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Alterations in Synaptic Strength Preceding Axon Withdrawal
H. Colman, J. Nabekura and J. W. Lichtman
New Series, Vol. 275, No. 5298 (Jan. 17, 1997), pp. 356-361
Published by: American Association for the Advancement of Science
Stable URL: http://www.jstor.org/stable/2890996
Page Count: 6
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Permanent removal of axonal input to postsynaptic cells helps shape the pattern of neuronal connections in response to experience, but the process is poorly understood. Intracellular recording from newborn and adult mouse muscle fibers temporarily innervated by two axons showed an increasing disparity in the synaptic strengths of the two inputs before one was eliminated. The connection that survived gained strength by increasing the amount of neurotransmitter released (quantal content), whereas the input that was subsequently removed became progressively weaker, because of a reduction in quantal content and a reduction in quantal efficacy associated with reduced postsynaptic receptor density. Once the synaptic strengths of two inputs began to diverge, complete axonal withdrawal of the weaker input occurred within 1 to 2 days. These experiments provide a link between experience-driven changes in synaptic strength and long-term changes in connectivity in the mammalian nervous system.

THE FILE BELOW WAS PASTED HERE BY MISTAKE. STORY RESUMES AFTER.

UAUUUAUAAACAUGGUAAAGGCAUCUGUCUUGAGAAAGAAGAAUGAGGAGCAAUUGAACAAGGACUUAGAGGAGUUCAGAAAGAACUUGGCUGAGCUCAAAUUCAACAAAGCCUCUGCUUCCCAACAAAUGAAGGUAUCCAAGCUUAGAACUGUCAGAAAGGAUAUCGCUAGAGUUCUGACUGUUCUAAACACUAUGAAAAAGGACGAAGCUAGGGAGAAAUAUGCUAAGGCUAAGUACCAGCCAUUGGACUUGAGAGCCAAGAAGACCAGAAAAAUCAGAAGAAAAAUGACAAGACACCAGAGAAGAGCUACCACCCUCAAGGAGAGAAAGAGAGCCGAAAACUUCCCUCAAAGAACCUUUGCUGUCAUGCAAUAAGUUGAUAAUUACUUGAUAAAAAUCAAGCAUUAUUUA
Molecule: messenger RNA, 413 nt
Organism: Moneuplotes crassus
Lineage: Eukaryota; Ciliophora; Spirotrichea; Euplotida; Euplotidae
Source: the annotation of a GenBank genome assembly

Science © 1997 American Association for the Advancement of Science